You show me one person who doesn’t like Rugrats and I’ll show you a communist. The second of the three original Nick Toons (behind Doug), Rugrats was something special, outlasting nearly every show that followed . Everyone could easily relate to Tommy’s adventures because we were all kids once.
Rugrats had a simple, but original concept. The show centered on Tommy Pickles, a one year old toddler and his friends, Chucky, Phil, Lil, Susie, and Angelica. The babies would often have adventures involving their imaginations and misinterpretations of concepts or idioms they’d hear from adults. The babies could talk to each other, and the adults couldn’t understand them. Susie and Angelica could talk to the babies and adults as they were both three years old.
Each character was unique, allowing the writers to tell a multitude of stories. Tommy was the fearless leader, perpetually in diapers and a t-shirt, while his best friend Chucky Finster was a scaredy cat. Phil and Lil were gross twins who would eat insects and the like. Angelica was the antagonist, constantly teasing the babies, lying to them, or generally trying to get them in trouble. Susie would appear occasionally, balancing out Angelica. The parents were just as crucial to the show. Didi and Stu Pickles, Chas Finster, Drew and Charlotte Pickles each contributed one way or another.
After finishing it’s initial 65 episode run in 1994, the show went on hiatus. Two Jewish holiday themed episodes released, one in ’95, and the other in ’96 before the show came back into full production in 1997. With the show on an upswing, the first movie, The Rugrats Movie, was released in 1998. This introduced Tommy’s little brother, baby Dil, to the show. The sequel in 2000, Rugarts in Paris: The Movie, saw Chucky’s dad remarry, introduction two new characters, Kira and her daughter Kimi. Ethnic diversity! The third movie, Rugrats Go Wild, was a crossover with The Wild Thornberrys, but it was terrible.
For it’s tenth anniversary, the show aired a full episode (as each normal episode was comprised of two segments) called All Grown Up. This showed the cast ten years older as preteens. This acted as a backdoor pilot. As Rugrats ended in 2004, All Grown Up! took over, running through 2008.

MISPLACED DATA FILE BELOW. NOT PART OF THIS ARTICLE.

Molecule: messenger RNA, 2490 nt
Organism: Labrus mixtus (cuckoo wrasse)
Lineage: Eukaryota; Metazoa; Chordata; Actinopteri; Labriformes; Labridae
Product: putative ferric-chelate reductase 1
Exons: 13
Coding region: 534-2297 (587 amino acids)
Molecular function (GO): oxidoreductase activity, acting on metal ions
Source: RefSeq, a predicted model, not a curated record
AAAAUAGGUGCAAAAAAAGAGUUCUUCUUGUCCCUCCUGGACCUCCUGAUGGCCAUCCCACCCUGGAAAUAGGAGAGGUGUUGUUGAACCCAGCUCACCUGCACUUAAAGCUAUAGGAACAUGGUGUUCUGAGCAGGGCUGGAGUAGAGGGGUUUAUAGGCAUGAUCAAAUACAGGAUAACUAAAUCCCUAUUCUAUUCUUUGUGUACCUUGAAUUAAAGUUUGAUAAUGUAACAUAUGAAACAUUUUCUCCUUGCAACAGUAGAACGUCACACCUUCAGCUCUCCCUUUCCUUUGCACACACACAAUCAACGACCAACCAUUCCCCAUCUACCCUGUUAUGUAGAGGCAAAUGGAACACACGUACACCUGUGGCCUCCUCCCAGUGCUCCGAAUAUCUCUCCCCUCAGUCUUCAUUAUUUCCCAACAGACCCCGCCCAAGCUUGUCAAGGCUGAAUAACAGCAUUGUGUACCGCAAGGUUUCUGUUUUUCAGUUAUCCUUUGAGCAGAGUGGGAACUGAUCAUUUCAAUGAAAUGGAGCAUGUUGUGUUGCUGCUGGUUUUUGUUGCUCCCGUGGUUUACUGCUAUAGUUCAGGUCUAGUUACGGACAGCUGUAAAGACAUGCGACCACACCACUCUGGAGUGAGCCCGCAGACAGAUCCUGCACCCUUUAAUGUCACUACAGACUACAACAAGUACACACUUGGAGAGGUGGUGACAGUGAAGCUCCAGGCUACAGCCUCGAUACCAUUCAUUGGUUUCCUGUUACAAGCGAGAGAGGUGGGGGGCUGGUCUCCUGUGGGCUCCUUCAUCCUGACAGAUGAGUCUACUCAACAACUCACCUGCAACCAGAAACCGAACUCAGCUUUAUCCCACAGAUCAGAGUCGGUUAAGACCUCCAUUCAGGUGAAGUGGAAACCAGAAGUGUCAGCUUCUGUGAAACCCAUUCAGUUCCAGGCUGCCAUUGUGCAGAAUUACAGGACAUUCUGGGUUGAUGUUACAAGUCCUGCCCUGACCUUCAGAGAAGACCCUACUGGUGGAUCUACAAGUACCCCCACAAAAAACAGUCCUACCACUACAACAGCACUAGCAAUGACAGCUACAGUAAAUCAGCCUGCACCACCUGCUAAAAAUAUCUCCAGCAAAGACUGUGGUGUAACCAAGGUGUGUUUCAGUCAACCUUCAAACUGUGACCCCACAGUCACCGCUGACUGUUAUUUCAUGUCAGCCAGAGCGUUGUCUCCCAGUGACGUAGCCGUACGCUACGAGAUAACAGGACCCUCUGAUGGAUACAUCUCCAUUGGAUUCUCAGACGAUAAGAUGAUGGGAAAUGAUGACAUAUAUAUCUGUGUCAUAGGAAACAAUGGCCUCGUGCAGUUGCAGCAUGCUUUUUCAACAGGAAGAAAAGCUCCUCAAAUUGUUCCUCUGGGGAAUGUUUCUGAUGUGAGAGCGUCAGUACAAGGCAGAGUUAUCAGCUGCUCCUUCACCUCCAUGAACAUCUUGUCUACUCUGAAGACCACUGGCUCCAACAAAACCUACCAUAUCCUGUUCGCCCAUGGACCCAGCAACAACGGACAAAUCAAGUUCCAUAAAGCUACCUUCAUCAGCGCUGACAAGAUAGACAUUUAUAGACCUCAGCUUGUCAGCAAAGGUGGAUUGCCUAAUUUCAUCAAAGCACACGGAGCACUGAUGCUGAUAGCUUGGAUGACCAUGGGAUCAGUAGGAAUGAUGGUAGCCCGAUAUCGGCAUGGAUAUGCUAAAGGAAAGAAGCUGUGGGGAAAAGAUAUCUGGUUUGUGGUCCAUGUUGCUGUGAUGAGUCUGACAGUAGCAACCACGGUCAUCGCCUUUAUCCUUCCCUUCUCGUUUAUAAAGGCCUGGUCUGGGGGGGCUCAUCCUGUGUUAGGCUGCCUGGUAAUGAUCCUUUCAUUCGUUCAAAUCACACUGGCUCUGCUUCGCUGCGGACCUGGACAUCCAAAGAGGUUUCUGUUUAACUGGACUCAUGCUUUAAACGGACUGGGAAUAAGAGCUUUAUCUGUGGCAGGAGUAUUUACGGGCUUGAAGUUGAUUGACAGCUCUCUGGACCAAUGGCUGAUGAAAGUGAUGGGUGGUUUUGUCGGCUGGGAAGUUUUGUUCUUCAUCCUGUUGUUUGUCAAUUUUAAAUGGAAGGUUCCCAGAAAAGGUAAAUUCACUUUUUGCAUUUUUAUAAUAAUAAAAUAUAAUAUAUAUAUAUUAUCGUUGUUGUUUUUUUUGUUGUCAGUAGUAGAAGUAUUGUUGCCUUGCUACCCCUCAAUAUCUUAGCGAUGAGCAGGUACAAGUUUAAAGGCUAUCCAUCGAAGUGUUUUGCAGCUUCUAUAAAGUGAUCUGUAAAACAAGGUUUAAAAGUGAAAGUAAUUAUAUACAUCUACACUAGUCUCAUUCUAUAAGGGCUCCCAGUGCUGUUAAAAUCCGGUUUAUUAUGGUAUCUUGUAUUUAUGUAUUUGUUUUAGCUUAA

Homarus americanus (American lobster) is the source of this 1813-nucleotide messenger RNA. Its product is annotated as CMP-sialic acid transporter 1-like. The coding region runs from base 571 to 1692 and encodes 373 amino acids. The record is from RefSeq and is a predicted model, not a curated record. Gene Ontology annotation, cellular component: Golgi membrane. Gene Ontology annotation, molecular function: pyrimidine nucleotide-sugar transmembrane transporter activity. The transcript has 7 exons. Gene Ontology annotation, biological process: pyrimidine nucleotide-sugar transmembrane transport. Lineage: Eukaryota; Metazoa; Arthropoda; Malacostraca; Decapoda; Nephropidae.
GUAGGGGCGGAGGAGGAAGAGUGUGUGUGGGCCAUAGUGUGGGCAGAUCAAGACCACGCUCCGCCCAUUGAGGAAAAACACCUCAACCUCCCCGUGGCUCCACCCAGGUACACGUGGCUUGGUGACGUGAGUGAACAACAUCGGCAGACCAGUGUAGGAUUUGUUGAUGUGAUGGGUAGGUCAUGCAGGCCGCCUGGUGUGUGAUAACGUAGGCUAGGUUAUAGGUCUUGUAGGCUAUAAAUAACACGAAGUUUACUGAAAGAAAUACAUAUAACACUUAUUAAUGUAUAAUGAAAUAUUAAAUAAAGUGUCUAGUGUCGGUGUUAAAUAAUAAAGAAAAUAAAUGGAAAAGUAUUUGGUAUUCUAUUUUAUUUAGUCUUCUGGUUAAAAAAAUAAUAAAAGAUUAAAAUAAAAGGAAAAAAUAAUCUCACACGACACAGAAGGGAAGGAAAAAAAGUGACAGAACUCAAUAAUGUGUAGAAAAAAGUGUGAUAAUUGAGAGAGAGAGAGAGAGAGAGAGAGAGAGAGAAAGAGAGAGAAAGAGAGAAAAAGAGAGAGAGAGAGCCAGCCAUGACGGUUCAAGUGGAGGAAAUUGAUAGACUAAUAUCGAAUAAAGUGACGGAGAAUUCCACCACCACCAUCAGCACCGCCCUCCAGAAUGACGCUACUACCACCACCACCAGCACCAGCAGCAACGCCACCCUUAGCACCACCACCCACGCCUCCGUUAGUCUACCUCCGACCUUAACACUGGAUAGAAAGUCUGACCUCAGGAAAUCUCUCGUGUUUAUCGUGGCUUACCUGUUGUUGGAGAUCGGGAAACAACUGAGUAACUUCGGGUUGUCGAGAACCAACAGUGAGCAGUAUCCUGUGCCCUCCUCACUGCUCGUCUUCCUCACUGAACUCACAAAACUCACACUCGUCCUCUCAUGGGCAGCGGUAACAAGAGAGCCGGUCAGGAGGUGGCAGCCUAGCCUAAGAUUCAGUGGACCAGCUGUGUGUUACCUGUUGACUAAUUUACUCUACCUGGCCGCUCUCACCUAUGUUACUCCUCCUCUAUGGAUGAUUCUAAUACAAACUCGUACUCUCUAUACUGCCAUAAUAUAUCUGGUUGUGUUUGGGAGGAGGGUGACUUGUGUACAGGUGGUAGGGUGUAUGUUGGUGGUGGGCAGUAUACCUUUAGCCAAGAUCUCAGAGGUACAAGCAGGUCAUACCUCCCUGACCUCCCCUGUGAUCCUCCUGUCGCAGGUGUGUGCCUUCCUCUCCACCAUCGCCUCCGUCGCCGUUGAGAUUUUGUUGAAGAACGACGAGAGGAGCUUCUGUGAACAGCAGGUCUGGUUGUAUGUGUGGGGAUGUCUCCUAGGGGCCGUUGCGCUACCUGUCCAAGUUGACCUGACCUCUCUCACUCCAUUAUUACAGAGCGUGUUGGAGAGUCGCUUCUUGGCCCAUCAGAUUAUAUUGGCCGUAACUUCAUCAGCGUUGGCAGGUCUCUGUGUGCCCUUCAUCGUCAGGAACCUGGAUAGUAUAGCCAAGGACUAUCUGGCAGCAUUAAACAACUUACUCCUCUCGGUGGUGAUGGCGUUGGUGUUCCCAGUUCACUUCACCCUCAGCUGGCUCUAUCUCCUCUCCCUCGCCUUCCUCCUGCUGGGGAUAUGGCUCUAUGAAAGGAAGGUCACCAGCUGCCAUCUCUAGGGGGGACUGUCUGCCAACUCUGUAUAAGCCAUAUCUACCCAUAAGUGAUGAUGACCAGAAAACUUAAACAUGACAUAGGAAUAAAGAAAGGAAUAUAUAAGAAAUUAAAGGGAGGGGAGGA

While the Rugrats has seen a pretty extensive cast, no one can argue that the true star of the show was Reptar. The monstrous, green, Tyrannosaurus Rex could be seen throughout the show on all manner of merchandise. From action figures to cereal, he even had his own ice show. Busta Rhymes voiced him in the second movie. There is a severe lack of Reptar in my life.
I watched the crap out of the first batch of Rugrats episodes. By the time the newer episodes started with Dil, I was too old to be watching stupid cartoons. Younger me was an idiot. My favorite part of the show was the misquotations or altered lines. “When life hands you lemons, make apple sauce.” “If the tooth fits, wear it.” “You dumb babies, monsters are just frigments of your infactuation.” “Everything’s back to Norman.” And of course, “A baby’s got to do what a baby’s got to do.”
I put Rugrats in the same category as Ducktales or Animaniacs: fun for kids of any generation to watch. This is easily one of the best shows Nickelodeon has produced. Plus, they had a pretty neat rap song. It’s a rug rat rap!
The N64 game was terrible.